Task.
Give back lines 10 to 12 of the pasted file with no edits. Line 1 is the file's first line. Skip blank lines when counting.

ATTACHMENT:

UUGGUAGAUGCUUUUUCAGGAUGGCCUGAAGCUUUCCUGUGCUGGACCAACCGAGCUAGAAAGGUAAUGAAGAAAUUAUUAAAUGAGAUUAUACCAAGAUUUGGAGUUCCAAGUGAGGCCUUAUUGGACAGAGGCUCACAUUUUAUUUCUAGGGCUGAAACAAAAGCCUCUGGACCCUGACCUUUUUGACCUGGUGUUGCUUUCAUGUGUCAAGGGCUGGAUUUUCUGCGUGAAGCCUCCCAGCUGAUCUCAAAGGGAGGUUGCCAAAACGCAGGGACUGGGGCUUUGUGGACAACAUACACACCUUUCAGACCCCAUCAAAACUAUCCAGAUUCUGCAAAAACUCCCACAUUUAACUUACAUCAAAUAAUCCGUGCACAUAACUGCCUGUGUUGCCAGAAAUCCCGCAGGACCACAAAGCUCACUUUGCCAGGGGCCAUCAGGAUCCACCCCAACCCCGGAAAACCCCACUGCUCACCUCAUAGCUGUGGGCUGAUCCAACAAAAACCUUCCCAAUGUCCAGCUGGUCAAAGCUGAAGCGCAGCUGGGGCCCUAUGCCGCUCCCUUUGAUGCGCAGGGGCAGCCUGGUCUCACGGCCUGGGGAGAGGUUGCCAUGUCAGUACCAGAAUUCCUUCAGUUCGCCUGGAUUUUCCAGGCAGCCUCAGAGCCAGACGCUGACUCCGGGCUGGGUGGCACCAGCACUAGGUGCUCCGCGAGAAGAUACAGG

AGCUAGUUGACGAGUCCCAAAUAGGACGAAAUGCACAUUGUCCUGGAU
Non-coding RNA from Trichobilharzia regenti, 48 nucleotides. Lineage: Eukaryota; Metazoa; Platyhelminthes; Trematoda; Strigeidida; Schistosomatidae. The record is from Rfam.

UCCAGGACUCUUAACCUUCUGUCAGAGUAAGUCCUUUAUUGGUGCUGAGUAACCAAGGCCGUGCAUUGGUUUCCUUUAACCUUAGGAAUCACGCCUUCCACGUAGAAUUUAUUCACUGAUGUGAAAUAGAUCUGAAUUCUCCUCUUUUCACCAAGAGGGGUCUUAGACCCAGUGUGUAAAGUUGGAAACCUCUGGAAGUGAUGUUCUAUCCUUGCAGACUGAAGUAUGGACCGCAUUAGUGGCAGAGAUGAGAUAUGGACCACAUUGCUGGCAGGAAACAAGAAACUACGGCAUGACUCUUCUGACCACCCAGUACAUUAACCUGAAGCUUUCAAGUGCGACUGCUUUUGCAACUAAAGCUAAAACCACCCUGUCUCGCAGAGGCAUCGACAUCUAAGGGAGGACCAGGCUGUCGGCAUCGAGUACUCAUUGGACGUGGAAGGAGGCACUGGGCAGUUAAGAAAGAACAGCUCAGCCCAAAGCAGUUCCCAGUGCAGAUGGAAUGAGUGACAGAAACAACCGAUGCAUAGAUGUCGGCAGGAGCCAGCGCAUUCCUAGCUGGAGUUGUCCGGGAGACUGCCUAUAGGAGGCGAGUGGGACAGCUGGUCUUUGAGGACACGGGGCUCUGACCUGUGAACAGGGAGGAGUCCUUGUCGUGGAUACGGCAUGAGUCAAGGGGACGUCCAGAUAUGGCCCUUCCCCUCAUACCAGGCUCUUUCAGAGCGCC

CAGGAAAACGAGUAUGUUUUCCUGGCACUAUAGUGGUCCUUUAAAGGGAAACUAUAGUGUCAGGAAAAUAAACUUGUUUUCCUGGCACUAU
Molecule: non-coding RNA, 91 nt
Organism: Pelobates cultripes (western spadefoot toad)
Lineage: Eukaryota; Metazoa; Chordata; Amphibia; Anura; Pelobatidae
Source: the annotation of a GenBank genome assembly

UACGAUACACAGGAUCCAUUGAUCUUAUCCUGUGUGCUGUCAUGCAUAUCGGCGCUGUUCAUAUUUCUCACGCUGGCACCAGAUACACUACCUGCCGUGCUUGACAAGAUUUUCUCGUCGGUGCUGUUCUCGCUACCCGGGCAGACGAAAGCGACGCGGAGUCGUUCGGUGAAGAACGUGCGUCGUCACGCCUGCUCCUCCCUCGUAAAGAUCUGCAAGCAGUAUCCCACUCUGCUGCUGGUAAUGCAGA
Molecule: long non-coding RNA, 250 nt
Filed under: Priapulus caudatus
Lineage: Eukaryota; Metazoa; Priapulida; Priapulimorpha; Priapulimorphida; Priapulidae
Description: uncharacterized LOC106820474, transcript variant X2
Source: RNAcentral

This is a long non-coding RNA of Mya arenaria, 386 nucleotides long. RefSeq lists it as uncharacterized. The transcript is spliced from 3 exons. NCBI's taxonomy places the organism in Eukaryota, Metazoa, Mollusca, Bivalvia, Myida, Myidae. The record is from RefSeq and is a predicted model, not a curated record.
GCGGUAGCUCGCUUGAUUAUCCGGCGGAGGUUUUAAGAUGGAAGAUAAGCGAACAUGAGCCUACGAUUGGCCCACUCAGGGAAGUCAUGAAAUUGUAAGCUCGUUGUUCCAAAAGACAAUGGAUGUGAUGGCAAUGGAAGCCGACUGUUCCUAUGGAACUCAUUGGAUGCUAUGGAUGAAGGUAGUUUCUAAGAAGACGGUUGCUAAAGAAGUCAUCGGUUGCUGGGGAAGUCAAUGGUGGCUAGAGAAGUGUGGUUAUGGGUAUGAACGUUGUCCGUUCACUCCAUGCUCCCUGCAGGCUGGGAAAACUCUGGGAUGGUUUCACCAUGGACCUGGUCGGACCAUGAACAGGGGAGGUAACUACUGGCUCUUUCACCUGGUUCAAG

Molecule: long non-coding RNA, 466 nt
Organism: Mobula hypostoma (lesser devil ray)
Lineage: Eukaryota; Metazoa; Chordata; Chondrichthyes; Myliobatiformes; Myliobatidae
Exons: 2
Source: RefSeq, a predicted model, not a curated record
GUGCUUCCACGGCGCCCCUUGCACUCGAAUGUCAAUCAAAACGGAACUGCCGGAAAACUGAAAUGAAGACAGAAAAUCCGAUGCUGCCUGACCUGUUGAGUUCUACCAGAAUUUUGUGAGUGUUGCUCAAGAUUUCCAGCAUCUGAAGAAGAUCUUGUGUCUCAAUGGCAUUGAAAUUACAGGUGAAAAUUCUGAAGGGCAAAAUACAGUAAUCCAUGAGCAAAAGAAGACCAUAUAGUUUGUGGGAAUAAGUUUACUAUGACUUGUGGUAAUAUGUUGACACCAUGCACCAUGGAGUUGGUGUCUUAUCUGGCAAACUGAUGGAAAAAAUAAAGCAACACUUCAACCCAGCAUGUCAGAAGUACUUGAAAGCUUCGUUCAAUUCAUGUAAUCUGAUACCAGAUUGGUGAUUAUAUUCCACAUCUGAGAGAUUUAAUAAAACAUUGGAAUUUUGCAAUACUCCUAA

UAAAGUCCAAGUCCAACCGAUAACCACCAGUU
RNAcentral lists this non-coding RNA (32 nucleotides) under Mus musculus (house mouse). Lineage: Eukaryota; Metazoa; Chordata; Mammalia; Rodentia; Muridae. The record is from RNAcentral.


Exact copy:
UACGAUACACAGGAUCCAUUGAUCUUAUCCUGUGUGCUGUCAUGCAUAUCGGCGCUGUUCAUAUUUCUCACGCUGGCACCAGAUACACUACCUGCCGUGCUUGACAAGAUUUUCUCGUCGGUGCUGUUCUCGCUACCCGGGCAGACGAAAGCGACGCGGAGUCGUUCGGUGAAGAACGUGCGUCGUCACGCCUGCUCCUCCCUCGUAAAGAUCUGCAAGCAGUAUCCCACUCUGCUGCUGGUAAUGCAGA
Molecule: long non-coding RNA, 250 nt
Filed under: Priapulus caudatus